Living with chronic pain, you understand how debilitating it can be. From making it difficult to work to keeping you from enjoying family and social events, there may be times you feel desperate for relief.
The good news: You are not alone. Chronic pain affects 1 in 5 people in the United States, according to a National Institutes of Health estimate, yet relief is elusive to many.
The better news: Treatment options, such as neurostimulation therapy, have been shown to help control pain so you can live the life you want.
Neurostimulation therapy can sound intimidating, but it doesn't have to be. Read on.
Understanding Chronic Pain
Chronic pain is pain that persists longer than 12 weeks, according to the National Institutes of Health. While the original source of the pain may be known, such as a sprain or injury, sometimes the body doesn't turn off the pain messages to the brain even when the original source is gone. In a case such as this, your doctor may diagnose you with neuropathic pain.
The American Chronic Pain Association defines neuropathic pain as a "complex, chronic pain state" resulting from a malfunction of the nervous system following an injury or illness. This type of pain is described as a sharp, intense or shooting pain. Due to its complexity, neuropathic pain is difficult to treat and often doesn't respond well to standard pain medication.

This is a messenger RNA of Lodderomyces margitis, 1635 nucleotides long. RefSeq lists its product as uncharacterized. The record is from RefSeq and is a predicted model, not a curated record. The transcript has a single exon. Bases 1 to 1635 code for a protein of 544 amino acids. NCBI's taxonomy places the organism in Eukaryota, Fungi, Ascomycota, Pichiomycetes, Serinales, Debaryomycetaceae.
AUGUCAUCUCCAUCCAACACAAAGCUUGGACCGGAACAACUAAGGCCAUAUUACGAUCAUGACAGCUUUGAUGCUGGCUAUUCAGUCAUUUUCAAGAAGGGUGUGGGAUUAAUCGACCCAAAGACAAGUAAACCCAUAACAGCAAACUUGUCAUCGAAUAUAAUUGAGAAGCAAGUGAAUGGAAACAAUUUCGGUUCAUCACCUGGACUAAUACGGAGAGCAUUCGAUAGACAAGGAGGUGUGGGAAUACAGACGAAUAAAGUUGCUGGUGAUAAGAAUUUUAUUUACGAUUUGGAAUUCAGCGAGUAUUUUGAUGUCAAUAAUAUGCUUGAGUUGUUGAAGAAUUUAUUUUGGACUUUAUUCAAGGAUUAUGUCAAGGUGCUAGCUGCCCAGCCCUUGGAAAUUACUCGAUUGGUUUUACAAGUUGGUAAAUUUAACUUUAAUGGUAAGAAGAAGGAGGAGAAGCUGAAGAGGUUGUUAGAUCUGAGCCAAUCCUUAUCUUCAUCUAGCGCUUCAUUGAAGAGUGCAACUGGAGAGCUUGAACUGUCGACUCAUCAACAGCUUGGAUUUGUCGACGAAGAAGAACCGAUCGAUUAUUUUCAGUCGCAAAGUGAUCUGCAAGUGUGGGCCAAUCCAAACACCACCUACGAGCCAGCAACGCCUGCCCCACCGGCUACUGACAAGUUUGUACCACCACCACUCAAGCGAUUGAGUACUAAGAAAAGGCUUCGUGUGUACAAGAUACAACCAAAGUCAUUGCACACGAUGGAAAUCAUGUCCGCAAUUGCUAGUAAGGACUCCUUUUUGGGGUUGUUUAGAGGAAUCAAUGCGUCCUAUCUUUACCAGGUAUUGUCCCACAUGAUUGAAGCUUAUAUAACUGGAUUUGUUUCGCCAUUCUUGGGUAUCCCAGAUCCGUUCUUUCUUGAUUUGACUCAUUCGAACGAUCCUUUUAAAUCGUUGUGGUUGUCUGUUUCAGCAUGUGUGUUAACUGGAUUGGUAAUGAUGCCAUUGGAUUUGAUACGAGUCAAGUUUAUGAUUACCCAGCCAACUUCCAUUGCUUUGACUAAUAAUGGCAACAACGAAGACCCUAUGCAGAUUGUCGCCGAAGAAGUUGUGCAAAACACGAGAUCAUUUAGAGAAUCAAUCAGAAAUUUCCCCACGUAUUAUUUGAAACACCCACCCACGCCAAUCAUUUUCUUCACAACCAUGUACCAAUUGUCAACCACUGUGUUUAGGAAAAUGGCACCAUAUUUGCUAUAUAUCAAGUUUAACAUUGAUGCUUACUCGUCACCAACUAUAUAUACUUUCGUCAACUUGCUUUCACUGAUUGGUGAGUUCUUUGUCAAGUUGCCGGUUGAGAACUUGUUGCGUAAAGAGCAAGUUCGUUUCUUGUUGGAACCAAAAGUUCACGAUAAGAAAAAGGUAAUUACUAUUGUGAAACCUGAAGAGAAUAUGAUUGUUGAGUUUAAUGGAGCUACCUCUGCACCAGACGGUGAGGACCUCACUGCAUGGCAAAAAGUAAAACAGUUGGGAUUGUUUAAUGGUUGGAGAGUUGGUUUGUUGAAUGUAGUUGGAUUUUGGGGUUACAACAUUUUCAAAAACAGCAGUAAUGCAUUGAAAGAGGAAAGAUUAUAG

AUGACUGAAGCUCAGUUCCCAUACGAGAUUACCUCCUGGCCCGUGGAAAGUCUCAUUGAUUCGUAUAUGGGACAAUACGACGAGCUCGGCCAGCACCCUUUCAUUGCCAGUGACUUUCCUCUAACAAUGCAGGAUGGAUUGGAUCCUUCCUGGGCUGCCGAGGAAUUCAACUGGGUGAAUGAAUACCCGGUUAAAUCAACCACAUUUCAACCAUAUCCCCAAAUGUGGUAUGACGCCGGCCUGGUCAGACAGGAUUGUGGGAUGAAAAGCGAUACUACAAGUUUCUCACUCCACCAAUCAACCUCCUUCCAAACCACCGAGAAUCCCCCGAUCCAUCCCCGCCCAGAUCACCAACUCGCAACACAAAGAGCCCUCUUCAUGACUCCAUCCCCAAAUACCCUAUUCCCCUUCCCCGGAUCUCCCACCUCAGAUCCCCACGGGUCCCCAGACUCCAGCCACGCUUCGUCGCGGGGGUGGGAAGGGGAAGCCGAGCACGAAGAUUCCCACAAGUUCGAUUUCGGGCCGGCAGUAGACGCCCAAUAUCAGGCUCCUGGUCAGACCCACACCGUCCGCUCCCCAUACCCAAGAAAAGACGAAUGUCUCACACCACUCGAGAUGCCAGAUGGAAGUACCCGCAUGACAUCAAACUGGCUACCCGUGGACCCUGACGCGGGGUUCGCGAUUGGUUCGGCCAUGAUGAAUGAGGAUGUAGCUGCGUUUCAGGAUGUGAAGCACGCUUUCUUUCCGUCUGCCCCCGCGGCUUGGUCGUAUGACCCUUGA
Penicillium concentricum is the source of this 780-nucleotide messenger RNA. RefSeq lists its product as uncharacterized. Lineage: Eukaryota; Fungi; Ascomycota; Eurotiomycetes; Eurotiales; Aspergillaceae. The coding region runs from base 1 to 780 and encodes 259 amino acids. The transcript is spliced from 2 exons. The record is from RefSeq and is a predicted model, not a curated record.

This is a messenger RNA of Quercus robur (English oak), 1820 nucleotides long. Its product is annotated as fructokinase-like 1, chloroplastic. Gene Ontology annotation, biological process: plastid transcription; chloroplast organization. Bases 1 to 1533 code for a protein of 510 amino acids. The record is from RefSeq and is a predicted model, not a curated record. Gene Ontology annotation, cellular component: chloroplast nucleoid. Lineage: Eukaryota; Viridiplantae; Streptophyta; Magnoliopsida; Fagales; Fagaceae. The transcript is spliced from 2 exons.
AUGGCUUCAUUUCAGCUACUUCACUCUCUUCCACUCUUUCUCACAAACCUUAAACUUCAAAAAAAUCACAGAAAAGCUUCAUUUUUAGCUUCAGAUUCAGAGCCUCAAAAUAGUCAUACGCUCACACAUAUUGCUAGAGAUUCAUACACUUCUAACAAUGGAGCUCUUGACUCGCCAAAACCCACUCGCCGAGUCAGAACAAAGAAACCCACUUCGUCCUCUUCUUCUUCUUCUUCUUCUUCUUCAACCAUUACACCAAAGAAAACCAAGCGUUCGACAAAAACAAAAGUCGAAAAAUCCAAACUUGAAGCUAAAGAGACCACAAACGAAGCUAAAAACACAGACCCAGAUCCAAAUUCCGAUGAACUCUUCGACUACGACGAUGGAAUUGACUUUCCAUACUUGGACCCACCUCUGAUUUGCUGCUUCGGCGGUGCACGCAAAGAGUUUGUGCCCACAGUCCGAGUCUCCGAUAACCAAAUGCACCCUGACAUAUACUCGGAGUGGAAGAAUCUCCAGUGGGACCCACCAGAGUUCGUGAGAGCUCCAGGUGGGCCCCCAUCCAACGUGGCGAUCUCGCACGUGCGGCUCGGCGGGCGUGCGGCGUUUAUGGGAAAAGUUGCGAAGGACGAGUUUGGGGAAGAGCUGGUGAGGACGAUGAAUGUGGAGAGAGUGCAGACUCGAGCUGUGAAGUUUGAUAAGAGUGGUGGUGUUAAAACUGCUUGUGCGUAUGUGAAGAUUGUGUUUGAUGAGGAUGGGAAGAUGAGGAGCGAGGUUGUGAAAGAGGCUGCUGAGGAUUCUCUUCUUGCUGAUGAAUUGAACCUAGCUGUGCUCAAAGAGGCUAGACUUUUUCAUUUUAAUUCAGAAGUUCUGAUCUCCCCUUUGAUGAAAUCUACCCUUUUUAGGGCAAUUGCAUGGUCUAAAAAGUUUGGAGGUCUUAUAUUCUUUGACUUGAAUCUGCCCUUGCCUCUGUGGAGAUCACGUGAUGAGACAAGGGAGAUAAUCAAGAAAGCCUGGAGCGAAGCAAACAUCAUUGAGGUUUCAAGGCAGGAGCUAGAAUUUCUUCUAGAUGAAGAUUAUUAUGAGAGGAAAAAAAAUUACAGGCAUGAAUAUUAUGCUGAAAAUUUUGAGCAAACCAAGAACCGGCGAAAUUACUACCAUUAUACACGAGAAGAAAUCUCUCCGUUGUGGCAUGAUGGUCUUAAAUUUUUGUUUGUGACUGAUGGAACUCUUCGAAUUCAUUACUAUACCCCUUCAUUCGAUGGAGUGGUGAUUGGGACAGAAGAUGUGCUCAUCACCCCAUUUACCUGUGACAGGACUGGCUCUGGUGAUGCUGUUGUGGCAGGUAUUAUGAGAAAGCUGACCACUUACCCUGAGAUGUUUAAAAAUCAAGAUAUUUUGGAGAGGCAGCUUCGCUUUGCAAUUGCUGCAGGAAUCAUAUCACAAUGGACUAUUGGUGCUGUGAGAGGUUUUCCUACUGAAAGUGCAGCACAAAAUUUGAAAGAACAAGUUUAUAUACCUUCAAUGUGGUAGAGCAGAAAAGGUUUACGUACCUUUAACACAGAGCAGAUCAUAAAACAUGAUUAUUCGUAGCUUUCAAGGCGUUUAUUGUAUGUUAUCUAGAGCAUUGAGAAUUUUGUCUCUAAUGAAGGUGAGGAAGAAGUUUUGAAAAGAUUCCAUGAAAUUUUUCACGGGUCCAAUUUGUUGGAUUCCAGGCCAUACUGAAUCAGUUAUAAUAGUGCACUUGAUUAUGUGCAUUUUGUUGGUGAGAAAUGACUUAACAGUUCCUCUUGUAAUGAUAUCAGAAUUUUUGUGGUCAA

Pain is an individual experience, so what works for one person may not work for another. Diagnosing the cause of your pain can be a challenge. It's important to work closely with a pain specialist to identify your condition and find the treatment or combination of treatments that works for you.
About Neurostimulation Therapy
Neurostimulation works by altering pain signals as they travel to the brain. It is a pain management therapy that delivers electrical stimulation to the spinal cord, dorsal root ganglion (a cluster of nerve cells in a dorsal root of in the spinal cord) and brain. Using an implantable device, or neurostimulator, this treatment aims to reduce the user's perception and experience of certain types of pain inside the body.
Dorsal root ganglion (DRG) therapy helps users manage difficult-to-treat chronic pain limited to the lower extremities in patients with Chronic Regional Pain Syndrome (CRPS). It can provide profound relief to those suffering from pain following hernia, knee replacement, and amputation surgeries.
Spinal cord stimulation (SCS) has been used for more than 40 years. It helps control chronic pain in the arms, legs and back resulting from failed back surgery or nerve damage. With SCS, a small, implanted device uses electrical stimulation to change pain signals and pain perception in your body.
Try Before You Buy
Unsure of making a commitment to these treatments? Both of these therapies offer a unique benefit: You can try it with a temporary neurostimulation system before committing to a permanent implant of the device.
In a minimally-invasive procedure, your doctor would place stimulation leads right beneath your skin beside the nerve or nerves responsible for your neuropathic pain. You would then wear a temporary, external device under your clothing to power the electrical stimulation that disrupts the pain signals.